A Gentle Reminder - please, note the extended proposal submission deadline of July 27th!Dear colleagues,
We would like to invite you to the PDW on Experiments in Entrepreneurship, where we further the conversation on the challenges and best practices for conducting high-quality experiments. The PDW aims to bring together our community of scholars and address some of the practical problems relating to how to conduct, evaluate, and publish experiments in entrepreneurship research.
The PDW consists of two parts. Part I will focus on the community-building purpose of the session and on addressing general questions related to selecting, designing, conducting, evaluating, and publishing experiments in entrepreneurship research. Part II, in turn, will focus on discussing challenges/questions in conducting experimental research submitted by individual participants ahead of the session (i.e., a specific study design, a challenging manipulation, an appropriate follow-on study, etc.). Each participant in Part II will have an opportunity to present their challenge/question briefly and receive feedback. A proposal submission, however, is not a requirement in order to attend Part II so you are welcome to join even if you are simply curious to learn about experiments.
In order to benefit the most from Part II of the PDW, we invite you to submit a ½ to 1-page description of the challenge/question that you wish to discuss during the roundtables. We will focus on three main types of challenges in three separate rounds. In addition to the theme where your challenge will be allocated and discussed, you can then have an opportunity to join two other rounds on different topics of your choice to learn and contribute to the discussions there. Below is a short overview of the three rounds:
Round I: Embarking on Experimental Research Conversations
The first round enables participants to join a conversation that focuses on the challenges of being an experimental researcher that are outside of the experiment itself.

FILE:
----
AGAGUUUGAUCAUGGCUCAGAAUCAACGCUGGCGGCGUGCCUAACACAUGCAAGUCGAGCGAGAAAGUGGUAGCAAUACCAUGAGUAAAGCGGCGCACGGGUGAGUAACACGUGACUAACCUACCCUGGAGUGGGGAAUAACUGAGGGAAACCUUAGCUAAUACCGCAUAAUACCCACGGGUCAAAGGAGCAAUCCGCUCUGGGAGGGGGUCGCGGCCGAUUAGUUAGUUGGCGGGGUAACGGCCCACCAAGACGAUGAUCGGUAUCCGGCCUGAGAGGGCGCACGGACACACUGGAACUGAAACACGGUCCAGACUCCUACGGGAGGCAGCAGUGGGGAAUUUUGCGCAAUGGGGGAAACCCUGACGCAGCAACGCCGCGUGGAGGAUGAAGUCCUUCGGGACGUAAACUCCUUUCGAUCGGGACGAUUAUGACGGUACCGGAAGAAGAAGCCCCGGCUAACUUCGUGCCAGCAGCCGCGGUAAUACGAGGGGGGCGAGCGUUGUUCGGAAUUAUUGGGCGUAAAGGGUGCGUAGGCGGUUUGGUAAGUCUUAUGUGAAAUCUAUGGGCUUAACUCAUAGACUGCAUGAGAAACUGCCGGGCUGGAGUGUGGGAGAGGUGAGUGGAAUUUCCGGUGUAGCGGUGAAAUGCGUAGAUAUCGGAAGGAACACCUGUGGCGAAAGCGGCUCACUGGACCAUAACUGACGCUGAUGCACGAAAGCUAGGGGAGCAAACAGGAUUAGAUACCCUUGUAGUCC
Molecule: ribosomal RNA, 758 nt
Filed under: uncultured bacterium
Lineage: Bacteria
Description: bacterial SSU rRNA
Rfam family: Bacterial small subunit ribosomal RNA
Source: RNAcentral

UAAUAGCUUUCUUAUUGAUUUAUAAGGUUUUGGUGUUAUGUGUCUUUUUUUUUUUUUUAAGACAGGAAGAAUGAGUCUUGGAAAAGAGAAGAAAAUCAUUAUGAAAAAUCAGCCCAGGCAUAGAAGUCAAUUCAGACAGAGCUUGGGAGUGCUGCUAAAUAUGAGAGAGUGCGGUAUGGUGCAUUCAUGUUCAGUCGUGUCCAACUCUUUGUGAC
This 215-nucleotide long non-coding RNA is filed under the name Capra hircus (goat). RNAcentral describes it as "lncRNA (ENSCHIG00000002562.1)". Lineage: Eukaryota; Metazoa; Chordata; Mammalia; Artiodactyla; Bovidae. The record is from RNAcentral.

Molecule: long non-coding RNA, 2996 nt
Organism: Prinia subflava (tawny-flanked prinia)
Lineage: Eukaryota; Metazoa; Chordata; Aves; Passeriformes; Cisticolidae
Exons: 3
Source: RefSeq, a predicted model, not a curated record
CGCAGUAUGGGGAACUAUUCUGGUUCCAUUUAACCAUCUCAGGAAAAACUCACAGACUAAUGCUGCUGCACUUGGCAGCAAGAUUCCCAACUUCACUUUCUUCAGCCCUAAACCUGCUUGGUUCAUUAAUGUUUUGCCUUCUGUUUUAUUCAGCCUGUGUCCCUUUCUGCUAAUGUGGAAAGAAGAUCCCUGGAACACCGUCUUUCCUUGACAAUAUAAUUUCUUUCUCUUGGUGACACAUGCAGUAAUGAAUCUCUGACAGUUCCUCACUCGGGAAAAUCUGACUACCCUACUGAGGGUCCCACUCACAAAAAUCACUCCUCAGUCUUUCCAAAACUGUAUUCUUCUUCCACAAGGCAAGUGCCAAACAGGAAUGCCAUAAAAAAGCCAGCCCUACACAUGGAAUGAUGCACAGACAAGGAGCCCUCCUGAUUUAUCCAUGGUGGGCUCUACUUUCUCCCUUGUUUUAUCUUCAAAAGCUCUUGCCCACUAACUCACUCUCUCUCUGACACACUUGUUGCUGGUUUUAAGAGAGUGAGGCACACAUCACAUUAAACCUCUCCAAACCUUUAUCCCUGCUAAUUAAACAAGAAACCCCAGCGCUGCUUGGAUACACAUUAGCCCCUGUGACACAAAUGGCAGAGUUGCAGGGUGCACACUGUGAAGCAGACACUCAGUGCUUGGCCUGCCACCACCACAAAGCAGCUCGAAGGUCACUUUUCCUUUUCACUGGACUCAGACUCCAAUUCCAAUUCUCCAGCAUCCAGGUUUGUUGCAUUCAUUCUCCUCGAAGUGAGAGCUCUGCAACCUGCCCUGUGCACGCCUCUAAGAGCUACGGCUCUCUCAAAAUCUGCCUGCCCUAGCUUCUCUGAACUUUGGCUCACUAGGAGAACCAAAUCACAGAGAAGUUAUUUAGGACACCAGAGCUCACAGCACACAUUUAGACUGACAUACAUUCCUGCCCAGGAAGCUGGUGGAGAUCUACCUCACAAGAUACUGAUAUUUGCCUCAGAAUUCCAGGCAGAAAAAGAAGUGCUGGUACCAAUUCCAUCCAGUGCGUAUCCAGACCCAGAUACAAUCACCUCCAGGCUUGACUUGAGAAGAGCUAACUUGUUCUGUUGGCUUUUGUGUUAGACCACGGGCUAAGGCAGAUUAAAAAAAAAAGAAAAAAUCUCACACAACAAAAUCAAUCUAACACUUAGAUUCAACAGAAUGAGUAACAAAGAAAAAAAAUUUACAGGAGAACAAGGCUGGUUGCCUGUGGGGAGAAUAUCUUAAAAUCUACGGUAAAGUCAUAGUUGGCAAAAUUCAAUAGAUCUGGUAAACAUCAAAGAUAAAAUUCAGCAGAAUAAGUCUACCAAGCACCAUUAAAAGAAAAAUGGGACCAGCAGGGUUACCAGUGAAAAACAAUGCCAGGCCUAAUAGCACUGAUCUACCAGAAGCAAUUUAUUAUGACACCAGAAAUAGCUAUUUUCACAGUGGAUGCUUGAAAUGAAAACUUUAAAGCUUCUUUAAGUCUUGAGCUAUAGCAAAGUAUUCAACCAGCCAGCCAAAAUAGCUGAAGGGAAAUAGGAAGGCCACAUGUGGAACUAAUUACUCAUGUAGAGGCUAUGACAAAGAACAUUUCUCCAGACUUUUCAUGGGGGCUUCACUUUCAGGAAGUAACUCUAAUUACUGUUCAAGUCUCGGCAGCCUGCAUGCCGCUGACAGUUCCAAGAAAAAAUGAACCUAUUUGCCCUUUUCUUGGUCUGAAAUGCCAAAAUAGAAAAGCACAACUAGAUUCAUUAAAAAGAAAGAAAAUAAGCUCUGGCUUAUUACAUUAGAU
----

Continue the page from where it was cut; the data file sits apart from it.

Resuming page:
Round 2: Focusing on Experiment Design Conversations
The second round enables participants to join a conversation that focuses on the nature of different types of manipulations (what is being manipulated, how, why, etc.) and measurements.
Round 3: Engaging with Experiment Operationalization and Analysis
The third round enables participants to join a conversation that focuses on experiment operationalization, the implementation, and the analysis.
The exact set of topics within each round will be defined in consideration with the proposals that we will receive.
If you would like to participate in Parts II and III with a personal research challenge to be discussed by the panel, please e-mail a ½ to 1-page description by July 27th (note the extended deadline) to experimentsENT@gmail.com.
The PDW is organized and facilitated by Magdalena Cholakova (Rotterdam School of Management), Dawn DeTienne (Colorado State U.), Denis Gregoire (HEC Montreal), Dan Hsu (North Dakota State U.), Daniel Lerner (IE Business School), Louis Marino (U. of Alabama), Rob Mitchell (Colorado State U.), Kelly Shaver (College of Charleston), Diemo Urbig (U. of Wuppertal), David Williams (U. of Tennessee), and Matthew Steven Wood (Baylor U.).
Connect to the Division